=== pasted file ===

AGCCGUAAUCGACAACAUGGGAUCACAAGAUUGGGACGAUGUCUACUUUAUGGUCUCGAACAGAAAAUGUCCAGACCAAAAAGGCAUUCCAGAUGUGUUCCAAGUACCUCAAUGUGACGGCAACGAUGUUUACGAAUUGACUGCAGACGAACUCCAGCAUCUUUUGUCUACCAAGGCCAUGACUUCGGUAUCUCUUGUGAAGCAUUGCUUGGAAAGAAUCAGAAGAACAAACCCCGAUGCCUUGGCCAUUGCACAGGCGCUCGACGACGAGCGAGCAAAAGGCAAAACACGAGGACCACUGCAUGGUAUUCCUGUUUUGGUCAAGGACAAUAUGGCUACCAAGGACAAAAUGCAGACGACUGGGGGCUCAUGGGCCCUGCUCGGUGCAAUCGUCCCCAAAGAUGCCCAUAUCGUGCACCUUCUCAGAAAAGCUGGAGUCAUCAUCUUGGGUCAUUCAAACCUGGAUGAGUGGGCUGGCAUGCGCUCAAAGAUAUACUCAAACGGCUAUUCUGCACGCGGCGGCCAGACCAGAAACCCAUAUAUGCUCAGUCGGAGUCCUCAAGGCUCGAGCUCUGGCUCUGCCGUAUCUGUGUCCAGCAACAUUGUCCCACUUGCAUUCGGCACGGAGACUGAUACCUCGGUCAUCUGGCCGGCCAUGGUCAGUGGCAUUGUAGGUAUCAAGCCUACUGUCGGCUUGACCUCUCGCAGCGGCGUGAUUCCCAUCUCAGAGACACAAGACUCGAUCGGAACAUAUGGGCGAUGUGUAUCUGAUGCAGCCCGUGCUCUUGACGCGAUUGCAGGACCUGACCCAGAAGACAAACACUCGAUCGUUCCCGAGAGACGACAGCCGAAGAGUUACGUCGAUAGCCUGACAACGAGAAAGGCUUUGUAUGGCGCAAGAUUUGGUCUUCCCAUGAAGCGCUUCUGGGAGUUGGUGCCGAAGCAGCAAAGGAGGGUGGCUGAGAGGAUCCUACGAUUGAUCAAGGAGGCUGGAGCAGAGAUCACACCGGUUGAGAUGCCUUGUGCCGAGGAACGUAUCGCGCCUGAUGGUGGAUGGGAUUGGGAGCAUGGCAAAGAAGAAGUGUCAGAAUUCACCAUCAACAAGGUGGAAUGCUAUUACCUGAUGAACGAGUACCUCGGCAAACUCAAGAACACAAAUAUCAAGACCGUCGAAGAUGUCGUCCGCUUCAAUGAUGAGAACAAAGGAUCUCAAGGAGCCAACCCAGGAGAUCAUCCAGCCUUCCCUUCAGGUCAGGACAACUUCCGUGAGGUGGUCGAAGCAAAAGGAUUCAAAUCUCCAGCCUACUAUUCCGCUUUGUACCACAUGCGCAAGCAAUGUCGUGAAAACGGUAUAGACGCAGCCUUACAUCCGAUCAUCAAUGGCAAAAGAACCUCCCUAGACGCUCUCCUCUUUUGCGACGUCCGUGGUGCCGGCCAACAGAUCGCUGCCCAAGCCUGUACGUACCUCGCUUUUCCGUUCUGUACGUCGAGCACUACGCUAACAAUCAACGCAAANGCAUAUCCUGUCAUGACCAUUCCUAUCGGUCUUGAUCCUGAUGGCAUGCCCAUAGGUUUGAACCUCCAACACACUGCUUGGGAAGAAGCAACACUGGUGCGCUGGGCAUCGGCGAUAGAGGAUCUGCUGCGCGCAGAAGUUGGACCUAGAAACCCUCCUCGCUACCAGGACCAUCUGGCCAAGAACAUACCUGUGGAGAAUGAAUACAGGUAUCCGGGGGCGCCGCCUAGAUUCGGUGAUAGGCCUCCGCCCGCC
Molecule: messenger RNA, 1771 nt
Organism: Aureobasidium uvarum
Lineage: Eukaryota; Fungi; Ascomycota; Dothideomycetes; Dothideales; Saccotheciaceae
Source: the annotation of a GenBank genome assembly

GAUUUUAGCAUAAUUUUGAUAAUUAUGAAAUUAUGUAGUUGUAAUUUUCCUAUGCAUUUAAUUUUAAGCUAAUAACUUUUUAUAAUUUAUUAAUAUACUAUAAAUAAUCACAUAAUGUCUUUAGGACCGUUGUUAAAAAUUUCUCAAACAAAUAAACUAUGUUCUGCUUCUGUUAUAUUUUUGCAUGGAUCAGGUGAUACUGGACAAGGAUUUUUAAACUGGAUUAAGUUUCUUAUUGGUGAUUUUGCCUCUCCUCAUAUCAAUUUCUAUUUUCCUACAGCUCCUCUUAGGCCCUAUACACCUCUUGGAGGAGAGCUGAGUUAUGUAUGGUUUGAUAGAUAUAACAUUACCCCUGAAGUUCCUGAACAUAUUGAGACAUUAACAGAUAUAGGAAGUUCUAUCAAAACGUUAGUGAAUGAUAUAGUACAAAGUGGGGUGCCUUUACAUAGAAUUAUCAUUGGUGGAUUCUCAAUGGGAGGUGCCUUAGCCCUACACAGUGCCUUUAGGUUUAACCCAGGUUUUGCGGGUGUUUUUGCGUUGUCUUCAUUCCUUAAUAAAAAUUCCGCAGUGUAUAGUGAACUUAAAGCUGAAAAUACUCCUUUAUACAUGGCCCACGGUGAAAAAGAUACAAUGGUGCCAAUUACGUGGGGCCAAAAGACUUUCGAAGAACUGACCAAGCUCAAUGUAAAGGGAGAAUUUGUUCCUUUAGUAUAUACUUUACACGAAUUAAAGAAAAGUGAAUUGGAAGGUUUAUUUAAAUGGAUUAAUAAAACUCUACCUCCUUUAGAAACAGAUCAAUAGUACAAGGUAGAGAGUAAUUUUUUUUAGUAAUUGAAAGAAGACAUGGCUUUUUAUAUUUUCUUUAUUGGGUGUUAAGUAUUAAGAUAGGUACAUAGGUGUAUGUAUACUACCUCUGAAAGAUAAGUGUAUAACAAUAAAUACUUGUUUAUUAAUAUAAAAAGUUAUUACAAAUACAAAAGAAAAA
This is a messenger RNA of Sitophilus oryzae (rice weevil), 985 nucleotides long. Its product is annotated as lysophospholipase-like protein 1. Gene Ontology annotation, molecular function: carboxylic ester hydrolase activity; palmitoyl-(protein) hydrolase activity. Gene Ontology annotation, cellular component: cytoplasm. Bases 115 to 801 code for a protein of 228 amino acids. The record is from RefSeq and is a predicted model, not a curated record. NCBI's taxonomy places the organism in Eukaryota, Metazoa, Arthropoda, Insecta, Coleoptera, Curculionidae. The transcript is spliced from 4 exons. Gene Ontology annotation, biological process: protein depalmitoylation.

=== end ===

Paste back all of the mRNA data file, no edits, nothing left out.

AGCCGUAAUCGACAACAUGGGAUCACAAGAUUGGGACGAUGUCUACUUUAUGGUCUCGAACAGAAAAUGUCCAGACCAAAAAGGCAUUCCAGAUGUGUUCCAAGUACCUCAAUGUGACGGCAACGAUGUUUACGAAUUGACUGCAGACGAACUCCAGCAUCUUUUGUCUACCAAGGCCAUGACUUCGGUAUCUCUUGUGAAGCAUUGCUUGGAAAGAAUCAGAAGAACAAACCCCGAUGCCUUGGCCAUUGCACAGGCGCUCGACGACGAGCGAGCAAAAGGCAAAACACGAGGACCACUGCAUGGUAUUCCUGUUUUGGUCAAGGACAAUAUGGCUACCAAGGACAAAAUGCAGACGACUGGGGGCUCAUGGGCCCUGCUCGGUGCAAUCGUCCCCAAAGAUGCCCAUAUCGUGCACCUUCUCAGAAAAGCUGGAGUCAUCAUCUUGGGUCAUUCAAACCUGGAUGAGUGGGCUGGCAUGCGCUCAAAGAUAUACUCAAACGGCUAUUCUGCACGCGGCGGCCAGACCAGAAACCCAUAUAUGCUCAGUCGGAGUCCUCAAGGCUCGAGCUCUGGCUCUGCCGUAUCUGUGUCCAGCAACAUUGUCCCACUUGCAUUCGGCACGGAGACUGAUACCUCGGUCAUCUGGCCGGCCAUGGUCAGUGGCAUUGUAGGUAUCAAGCCUACUGUCGGCUUGACCUCUCGCAGCGGCGUGAUUCCCAUCUCAGAGACACAAGACUCGAUCGGAACAUAUGGGCGAUGUGUAUCUGAUGCAGCCCGUGCUCUUGACGCGAUUGCAGGACCUGACCCAGAAGACAAACACUCGAUCGUUCCCGAGAGACGACAGCCGAAGAGUUACGUCGAUAGCCUGACAACGAGAAAGGCUUUGUAUGGCGCAAGAUUUGGUCUUCCCAUGAAGCGCUUCUGGGAGUUGGUGCCGAAGCAGCAAAGGAGGGUGGCUGAGAGGAUCCUACGAUUGAUCAAGGAGGCUGGAGCAGAGAUCACACCGGUUGAGAUGCCUUGUGCCGAGGAACGUAUCGCGCCUGAUGGUGGAUGGGAUUGGGAGCAUGGCAAAGAAGAAGUGUCAGAAUUCACCAUCAACAAGGUGGAAUGCUAUUACCUGAUGAACGAGUACCUCGGCAAACUCAAGAACACAAAUAUCAAGACCGUCGAAGAUGUCGUCCGCUUCAAUGAUGAGAACAAAGGAUCUCAAGGAGCCAACCCAGGAGAUCAUCCAGCCUUCCCUUCAGGUCAGGACAACUUCCGUGAGGUGGUCGAAGCAAAAGGAUUCAAAUCUCCAGCCUACUAUUCCGCUUUGUACCACAUGCGCAAGCAAUGUCGUGAAAACGGUAUAGACGCAGCCUUACAUCCGAUCAUCAAUGGCAAAAGAACCUCCCUAGACGCUCUCCUCUUUUGCGACGUCCGUGGUGCCGGCCAACAGAUCGCUGCCCAAGCCUGUACGUACCUCGCUUUUCCGUUCUGUACGUCGAGCACUACGCUAACAAUCAACGCAAANGCAUAUCCUGUCAUGACCAUUCCUAUCGGUCUUGAUCCUGAUGGCAUGCCCAUAGGUUUGAACCUCCAACACACUGCUUGGGAAGAAGCAACACUGGUGCGCUGGGCAUCGGCGAUAGAGGAUCUGCUGCGCGCAGAAGUUGGACCUAGAAACCCUCCUCGCUACCAGGACCAUCUGGCCAAGAACAUACCUGUGGAGAAUGAAUACAGGUAUCCGGGGGCGCCGCCUAGAUUCGGUGAUAGGCCUCCGCCCGCC
Molecule: messenger RNA, 1771 nt
Organism: Aureobasidium uvarum
Lineage: Eukaryota; Fungi; Ascomycota; Dothideomycetes; Dothideales; Saccotheciaceae
Source: the annotation of a GenBank genome assembly

GAUUUUAGCAUAAUUUUGAUAAUUAUGAAAUUAUGUAGUUGUAAUUUUCCUAUGCAUUUAAUUUUAAGCUAAUAACUUUUUAUAAUUUAUUAAUAUACUAUAAAUAAUCACAUAAUGUCUUUAGGACCGUUGUUAAAAAUUUCUCAAACAAAUAAACUAUGUUCUGCUUCUGUUAUAUUUUUGCAUGGAUCAGGUGAUACUGGACAAGGAUUUUUAAACUGGAUUAAGUUUCUUAUUGGUGAUUUUGCCUCUCCUCAUAUCAAUUUCUAUUUUCCUACAGCUCCUCUUAGGCCCUAUACACCUCUUGGAGGAGAGCUGAGUUAUGUAUGGUUUGAUAGAUAUAACAUUACCCCUGAAGUUCCUGAACAUAUUGAGACAUUAACAGAUAUAGGAAGUUCUAUCAAAACGUUAGUGAAUGAUAUAGUACAAAGUGGGGUGCCUUUACAUAGAAUUAUCAUUGGUGGAUUCUCAAUGGGAGGUGCCUUAGCCCUACACAGUGCCUUUAGGUUUAACCCAGGUUUUGCGGGUGUUUUUGCGUUGUCUUCAUUCCUUAAUAAAAAUUCCGCAGUGUAUAGUGAACUUAAAGCUGAAAAUACUCCUUUAUACAUGGCCCACGGUGAAAAAGAUACAAUGGUGCCAAUUACGUGGGGCCAAAAGACUUUCGAAGAACUGACCAAGCUCAAUGUAAAGGGAGAAUUUGUUCCUUUAGUAUAUACUUUACACGAAUUAAAGAAAAGUGAAUUGGAAGGUUUAUUUAAAUGGAUUAAUAAAACUCUACCUCCUUUAGAAACAGAUCAAUAGUACAAGGUAGAGAGUAAUUUUUUUUAGUAAUUGAAAGAAGACAUGGCUUUUUAUAUUUUCUUUAUUGGGUGUUAAGUAUUAAGAUAGGUACAUAGGUGUAUGUAUACUACCUCUGAAAGAUAAGUGUAUAACAAUAAAUACUUGUUUAUUAAUAUAAAAAGUUAUUACAAAUACAAAAGAAAAA
This is a messenger RNA of Sitophilus oryzae (rice weevil), 985 nucleotides long. Its product is annotated as lysophospholipase-like protein 1. Gene Ontology annotation, molecular function: carboxylic ester hydrolase activity; palmitoyl-(protein) hydrolase activity. Gene Ontology annotation, cellular component: cytoplasm. Bases 115 to 801 code for a protein of 228 amino acids. The record is from RefSeq and is a predicted model, not a curated record. NCBI's taxonomy places the organism in Eukaryota, Metazoa, Arthropoda, Insecta, Coleoptera, Curculionidae. The transcript is spliced from 4 exons. Gene Ontology annotation, biological process: protein depalmitoylation.